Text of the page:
Volume on Top
When your parents are David and Victoria Beckham, we can only imagine you’d have some seriously fashionable influence over your life (hairstyles included). We love the way Brooklyn wears his wavy curtain cut cropped up high with an effortless and unofficial parting draped across the forehead.
Adding extra movement, or keeping natural movement intact, is a small feat to face. “Simply apply product to towel-dried hair and use a wide-tooth comb or your fingers to distribute the product evenly,” says Misseri.
If you’re looking to add a little texture to your style, Jaclyn suggests using Davines This Is a Forming Pomade ($32). This will give your waves that perfect “piecey-ness and hold.”
Iann Dior proves our point with this loc curtain-style drape: no matter what your length, hair type, or texture, a curtain worn look is destined to suit you well.
Lock It In
When you have curly hair like Jack Harlow, you know that locking in moisture is key to locking in the perfect curtain style ‘do. To do so, Hans suggests, “Use an anti-humidity leave-in product on towel-dried hair before you leave your house for the day, such as Davines OI All in One Milk ($36).”
Growing out your hair isn’t a hands-off process. It still takes some regular maintenance and a few touch-ups to give it a little help on its way out. While it’s much less maintenance than a shorter cut, Hans says, “it’s still important to do regular neck trims or clean-ups. After about two clean-up appointments, you’ll probably need a whole haircut to re-create the allover shape.”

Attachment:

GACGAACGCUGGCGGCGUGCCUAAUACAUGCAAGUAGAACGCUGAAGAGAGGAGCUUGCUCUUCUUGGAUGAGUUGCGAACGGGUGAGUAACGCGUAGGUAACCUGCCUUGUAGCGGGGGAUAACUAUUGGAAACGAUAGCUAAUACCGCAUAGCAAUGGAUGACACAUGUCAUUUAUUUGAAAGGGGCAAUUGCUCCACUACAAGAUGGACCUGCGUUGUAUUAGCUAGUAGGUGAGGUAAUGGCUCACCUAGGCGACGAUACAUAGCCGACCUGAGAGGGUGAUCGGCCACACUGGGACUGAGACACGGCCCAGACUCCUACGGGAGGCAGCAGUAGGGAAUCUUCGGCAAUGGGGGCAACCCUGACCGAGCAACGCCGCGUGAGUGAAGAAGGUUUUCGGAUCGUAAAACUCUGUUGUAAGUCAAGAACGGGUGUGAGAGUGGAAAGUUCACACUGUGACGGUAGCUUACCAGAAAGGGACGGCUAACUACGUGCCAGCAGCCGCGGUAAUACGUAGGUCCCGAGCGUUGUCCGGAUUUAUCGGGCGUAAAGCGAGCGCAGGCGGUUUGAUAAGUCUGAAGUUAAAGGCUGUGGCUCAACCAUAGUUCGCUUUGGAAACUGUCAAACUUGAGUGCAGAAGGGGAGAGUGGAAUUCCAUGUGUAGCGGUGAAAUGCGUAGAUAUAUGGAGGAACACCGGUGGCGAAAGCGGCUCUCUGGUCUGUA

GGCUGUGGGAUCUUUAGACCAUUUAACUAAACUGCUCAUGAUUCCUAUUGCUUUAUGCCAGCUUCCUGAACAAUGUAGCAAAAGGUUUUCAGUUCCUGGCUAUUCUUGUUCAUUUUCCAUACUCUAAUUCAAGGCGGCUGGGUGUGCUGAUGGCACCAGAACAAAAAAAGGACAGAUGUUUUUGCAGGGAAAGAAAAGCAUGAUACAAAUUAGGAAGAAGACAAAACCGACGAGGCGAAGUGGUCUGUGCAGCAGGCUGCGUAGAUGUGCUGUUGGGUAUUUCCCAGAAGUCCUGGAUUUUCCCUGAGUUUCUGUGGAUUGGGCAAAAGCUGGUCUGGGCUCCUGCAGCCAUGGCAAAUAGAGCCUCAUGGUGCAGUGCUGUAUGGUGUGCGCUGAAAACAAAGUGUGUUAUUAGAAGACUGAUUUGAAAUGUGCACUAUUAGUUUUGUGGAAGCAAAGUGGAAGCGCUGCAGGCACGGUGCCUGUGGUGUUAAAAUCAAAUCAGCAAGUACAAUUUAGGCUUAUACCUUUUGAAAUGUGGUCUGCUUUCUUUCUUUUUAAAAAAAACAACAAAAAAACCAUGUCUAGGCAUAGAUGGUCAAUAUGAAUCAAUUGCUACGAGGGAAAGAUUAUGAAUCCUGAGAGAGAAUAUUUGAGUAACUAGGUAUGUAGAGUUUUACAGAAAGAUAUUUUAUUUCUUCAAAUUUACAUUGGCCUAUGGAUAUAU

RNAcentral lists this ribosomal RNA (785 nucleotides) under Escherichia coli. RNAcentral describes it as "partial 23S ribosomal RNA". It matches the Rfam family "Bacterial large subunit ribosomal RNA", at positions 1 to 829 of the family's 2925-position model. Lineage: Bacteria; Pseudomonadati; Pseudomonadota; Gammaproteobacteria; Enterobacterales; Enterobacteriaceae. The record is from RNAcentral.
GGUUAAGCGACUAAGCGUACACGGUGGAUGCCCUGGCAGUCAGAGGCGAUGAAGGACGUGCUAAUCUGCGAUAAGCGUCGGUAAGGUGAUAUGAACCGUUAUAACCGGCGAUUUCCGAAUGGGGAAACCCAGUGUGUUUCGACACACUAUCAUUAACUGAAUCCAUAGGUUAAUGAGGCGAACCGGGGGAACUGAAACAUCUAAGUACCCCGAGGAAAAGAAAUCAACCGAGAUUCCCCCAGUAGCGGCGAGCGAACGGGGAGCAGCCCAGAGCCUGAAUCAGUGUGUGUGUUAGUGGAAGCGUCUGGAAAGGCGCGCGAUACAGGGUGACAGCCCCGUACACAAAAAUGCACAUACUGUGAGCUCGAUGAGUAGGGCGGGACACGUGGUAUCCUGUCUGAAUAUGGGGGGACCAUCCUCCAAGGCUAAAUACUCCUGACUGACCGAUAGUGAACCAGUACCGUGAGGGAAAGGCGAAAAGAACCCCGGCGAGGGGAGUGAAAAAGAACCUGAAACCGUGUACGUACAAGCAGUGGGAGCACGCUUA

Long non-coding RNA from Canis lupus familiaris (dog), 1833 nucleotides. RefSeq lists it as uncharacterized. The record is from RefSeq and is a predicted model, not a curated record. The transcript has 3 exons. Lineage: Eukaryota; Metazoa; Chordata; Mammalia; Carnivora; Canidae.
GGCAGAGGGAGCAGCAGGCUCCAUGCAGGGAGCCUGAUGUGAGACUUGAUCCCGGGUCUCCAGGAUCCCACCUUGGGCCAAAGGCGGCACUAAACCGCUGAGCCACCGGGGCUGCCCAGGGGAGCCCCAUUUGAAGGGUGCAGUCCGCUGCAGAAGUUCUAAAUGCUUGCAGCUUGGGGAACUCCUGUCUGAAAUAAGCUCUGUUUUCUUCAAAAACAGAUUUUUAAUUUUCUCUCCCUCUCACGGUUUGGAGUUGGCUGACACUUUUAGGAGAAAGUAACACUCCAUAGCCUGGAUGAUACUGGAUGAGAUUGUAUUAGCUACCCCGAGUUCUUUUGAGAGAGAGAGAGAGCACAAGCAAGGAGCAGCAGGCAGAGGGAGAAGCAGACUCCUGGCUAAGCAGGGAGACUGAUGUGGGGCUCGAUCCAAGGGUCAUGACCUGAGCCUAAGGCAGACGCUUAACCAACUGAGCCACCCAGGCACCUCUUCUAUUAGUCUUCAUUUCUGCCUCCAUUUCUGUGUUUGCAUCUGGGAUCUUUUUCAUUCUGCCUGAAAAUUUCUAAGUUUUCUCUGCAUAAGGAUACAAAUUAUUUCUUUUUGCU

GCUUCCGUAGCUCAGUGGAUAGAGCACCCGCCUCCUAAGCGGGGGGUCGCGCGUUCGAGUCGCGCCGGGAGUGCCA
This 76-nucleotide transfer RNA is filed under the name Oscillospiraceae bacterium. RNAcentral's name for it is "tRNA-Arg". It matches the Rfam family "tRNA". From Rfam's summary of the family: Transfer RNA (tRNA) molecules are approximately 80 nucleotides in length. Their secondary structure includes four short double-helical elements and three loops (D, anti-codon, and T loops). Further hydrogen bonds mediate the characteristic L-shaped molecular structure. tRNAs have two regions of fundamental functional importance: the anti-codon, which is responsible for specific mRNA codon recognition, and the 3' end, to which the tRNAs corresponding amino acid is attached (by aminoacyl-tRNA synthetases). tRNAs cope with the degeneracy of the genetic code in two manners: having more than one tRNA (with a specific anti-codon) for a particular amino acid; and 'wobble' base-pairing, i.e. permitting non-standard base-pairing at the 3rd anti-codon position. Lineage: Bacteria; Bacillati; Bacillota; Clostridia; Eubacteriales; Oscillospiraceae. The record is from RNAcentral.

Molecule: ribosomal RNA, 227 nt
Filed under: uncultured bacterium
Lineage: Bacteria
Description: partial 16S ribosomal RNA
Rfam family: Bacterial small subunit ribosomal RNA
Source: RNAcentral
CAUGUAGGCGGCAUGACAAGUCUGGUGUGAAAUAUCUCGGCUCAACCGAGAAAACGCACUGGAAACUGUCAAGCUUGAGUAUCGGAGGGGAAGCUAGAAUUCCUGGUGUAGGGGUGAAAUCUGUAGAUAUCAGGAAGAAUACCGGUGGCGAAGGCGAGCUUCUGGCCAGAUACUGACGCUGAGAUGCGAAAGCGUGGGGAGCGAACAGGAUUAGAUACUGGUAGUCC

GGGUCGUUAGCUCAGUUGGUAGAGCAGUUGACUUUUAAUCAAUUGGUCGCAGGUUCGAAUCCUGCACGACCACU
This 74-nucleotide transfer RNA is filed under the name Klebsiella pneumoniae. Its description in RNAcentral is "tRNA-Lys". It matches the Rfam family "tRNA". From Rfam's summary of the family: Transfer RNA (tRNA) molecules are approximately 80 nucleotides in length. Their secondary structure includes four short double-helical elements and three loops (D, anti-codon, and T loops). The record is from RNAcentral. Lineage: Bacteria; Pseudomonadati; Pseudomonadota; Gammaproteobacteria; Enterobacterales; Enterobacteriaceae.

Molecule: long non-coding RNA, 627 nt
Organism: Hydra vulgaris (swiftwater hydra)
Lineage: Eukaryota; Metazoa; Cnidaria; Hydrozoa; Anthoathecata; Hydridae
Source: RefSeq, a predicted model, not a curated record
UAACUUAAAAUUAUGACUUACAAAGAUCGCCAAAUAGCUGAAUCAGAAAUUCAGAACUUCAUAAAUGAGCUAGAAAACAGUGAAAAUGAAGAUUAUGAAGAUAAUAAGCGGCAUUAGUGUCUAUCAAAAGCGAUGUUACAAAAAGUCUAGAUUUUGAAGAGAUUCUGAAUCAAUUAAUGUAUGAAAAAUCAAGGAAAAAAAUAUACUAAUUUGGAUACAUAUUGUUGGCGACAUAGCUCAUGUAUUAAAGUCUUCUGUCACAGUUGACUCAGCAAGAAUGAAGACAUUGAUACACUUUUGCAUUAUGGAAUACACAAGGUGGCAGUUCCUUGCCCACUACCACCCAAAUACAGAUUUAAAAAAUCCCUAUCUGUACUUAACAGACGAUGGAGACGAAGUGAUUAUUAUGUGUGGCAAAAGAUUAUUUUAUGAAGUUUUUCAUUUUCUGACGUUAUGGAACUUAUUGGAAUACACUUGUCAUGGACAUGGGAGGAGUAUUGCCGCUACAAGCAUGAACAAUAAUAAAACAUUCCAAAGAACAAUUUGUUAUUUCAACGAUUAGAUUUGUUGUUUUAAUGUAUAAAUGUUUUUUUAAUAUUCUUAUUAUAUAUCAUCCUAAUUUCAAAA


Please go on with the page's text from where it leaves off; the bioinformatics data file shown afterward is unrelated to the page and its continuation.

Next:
The One-Sided Curtain
Zayn Malik proves that even if you have a stubborn, or preferred, side parting, you can still rock that curtain-heavy look by letting that long length up top fall forward to frame your face.
Some boy band requirements just don’t change, and over the past four decades, it’s safe to say that curtain hairstyles are up there, along with catchy tunes, of course. Nearly every member of the biggest K-pop boy bands are carrying out the look fashionably, like Lucas from Super M seen here.
When your hair is always waved and curled to perfection, not even a major gust of wind can show much of a parting glimpse. Noah Centineo’s lust-worthy mane always falls down in a perfectly centered drape when it has length, but that parting seems to remain hardly visible through all his natural movement.
Train Your Hair
Without a natural center part, it may take some hair training. Hans suggests using a tail comb to adjust the part while your hair is still wet. And if you suffer from fine or flat strands? “Add a texturizing dust to the roots once your hair is dry, and use your fingers to work in at your scalp and create that natural-looking lift.”
Combing your hair while it’s still wet into the desired parting with your styling product will help train it to naturally fall into that new placement.